The resident’s received a notice of “a proposed 30-days notice of discharge dated September 13, 2017, [which] indicated that the resident was being discharged due to non-payment for [their] share of costs and possession of marijuana.” An interdisciplinary team meeting was held on August 10, 2017, because marijuana was found in the resident’s room. The team informed the resident that a baggie of marijuana was found and asked if it was hers and she at first said ‘No.’” The resident “then went on to say that her roommate shared it with her and that she finally stated that it was both of theirs.”
The resident was observed “down the street on September 4, 2017”, after going “to a store on her electric wheelchairs to buy cigarettes; and on September 11, 2017”. An “interdisciplinary team meeting was held with [the resident] to address the alleged incident with another resident (resident-to-resident altercation).”
The facility’s Director Nursing stated during an interview that “there was no report regarding [the resident’s] obtaining marijuana recently [and that] resident smoking out the patio was being monitored by a Certified Nursing Assistant.” The Director also stated that “there was no specific staff monitoring [of the resident] to ensure she was not in possession are receiving marijuana in her room at that moment.”
In a separate summary statement of deficiencies dated January 25, 2015, the state surveyor noted that the facility had failed to “ensure a Plan of Care was reviewed and revised to address the current nutritional needs of [a resident]. This [deficiency] had the potential to result in further decline in the exertional status of [the resident].” The surveyor conducted an unannounced visit to the facility on January 4, 2017, to investigate a complaint related to the quality of care issues. Between November 3, 2016, and December 25, 2016, the resident’s weight gain and loss has fluctuated from 124 pounds of the 129 pounds, back down to 125 pounds and finally [back up to] 130 pounds on Christmas Day. As a part of the investigation, the Assistant Director Nurses was interviewed on the afternoon of January 19, 2017, who stated that “the nutritional Plan of Care should be reviewed and updated by the members of the weight variance committee.”
The Assistant Director also stated that the resident’s “Nutritional Plan of Care should have reflected the significant weight loss of 4 pounds and [weight gain of 5 pounds]. She further stated that the appropriate interventions addressing the issues should have been reflected in the Plan of Care.”
Failure to Provide Sufficient Care to Prevent the Development of a New Bedsore or Allow an Existing Bedsore to Heal
In a summary statement of deficiencies dated January 25, 2017, the state investigator noted the facility had failed to “ensure one resident would not develop any pressure injury while at the facility when skin changes were not appropriately assessed.” This failure “to a properly assessed the resident for any changes contributed to the development of a new pressure injury which could cause a further decline in [the resident’s] health condition.”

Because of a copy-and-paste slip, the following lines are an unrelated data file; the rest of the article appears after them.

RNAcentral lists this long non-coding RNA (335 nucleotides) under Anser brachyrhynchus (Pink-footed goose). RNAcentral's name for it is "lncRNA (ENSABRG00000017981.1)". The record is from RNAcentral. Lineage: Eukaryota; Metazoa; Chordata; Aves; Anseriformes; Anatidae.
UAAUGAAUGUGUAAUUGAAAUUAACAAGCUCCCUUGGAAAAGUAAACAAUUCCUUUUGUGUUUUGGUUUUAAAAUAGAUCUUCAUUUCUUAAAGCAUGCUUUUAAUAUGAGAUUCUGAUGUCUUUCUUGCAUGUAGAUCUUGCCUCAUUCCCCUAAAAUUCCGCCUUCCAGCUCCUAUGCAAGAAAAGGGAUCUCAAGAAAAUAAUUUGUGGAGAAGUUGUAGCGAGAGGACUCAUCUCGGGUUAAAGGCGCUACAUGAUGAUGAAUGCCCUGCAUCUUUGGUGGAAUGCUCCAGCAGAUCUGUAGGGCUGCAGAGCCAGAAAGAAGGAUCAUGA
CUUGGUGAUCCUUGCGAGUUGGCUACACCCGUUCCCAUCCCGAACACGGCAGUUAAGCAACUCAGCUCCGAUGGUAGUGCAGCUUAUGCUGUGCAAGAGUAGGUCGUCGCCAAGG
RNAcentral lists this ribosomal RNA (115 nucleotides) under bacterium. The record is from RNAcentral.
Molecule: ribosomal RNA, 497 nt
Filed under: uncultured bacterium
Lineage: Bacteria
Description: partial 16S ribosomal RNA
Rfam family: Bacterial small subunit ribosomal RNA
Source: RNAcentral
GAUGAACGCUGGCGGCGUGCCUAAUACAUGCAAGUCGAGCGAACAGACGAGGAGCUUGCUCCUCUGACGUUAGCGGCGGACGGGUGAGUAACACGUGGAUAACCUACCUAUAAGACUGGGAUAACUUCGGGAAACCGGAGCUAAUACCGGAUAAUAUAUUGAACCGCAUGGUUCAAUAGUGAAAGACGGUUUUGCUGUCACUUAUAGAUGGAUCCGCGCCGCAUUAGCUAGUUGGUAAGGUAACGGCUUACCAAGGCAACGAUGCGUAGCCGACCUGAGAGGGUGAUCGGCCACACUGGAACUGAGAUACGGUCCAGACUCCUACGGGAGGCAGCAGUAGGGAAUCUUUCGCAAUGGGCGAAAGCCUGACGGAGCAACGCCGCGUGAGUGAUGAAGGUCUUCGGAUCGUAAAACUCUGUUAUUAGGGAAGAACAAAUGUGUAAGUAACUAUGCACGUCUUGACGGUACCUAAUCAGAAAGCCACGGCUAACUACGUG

The surveyor conducted an unannounced visit at the facility on January 4, 2017, to investigate a “complaint related to a quality care issue.” The surveyor reviewed the resident’s hospice records. The records included the date of admission, physician’s orders, and body assessments involving “an unstageable opened area on the scrotal area [measuring 1.8 mm x 1.0 mm.” A second site was also noted “measuring 1.5 mm x 1.8 mm] and an unstageable reopened area on the right in her buttock [measuring 3.5 mm x 2.4 mm”, red inner thigh redness, and “buttock skin tear [measuring 1.0 mm x 0.8 mm].”
Failure to Immediately Notify the Resident’s Doctor or Family Member of a Change in the Resident’s Condition
In a summary statement of deficiencies dated January 25, 2017, the surveyor noted the facility’s deficiencies after an unannounced visit. The surveyor investigated a complaint that the nursing home had failed “to ensure the physician and family members were notified of changes in weight and skin conditions.” This deficiency involved one resident and “had the potential for [the resident’s] physician and family member not being fully aware of the current condition and thereby not to be given the opportunity to be involved in [the resident’s] care.”
Was your loved one was the victim of abuse, neglect or mistreatment while residing at Providence Mt. Rubidoux, or any California nursing facility? If so, they might be entitled to file a compensation claim to ensure their family receives monetary recovery for their damages. However, these cases are complex and often require the skills of a competent personal injury lawyer who specializes in California elder abuse and neglect cases.
An attorney working on your behalf can ensure that all necessary lawsuit documentation is filed in the appropriate courthouse before the statute of limitations expires. You lawyer can build a case for compensation to present in front of a judge at trial or insurance claims adjuster in a negotiated out of court settlement. These cases are typically handled through contingency fee arrangements. This agreement allows immediate legal representation without having to pay any upfront fees, retainers or payments. All legal services are paid only after the case has been resolved successfully.Sources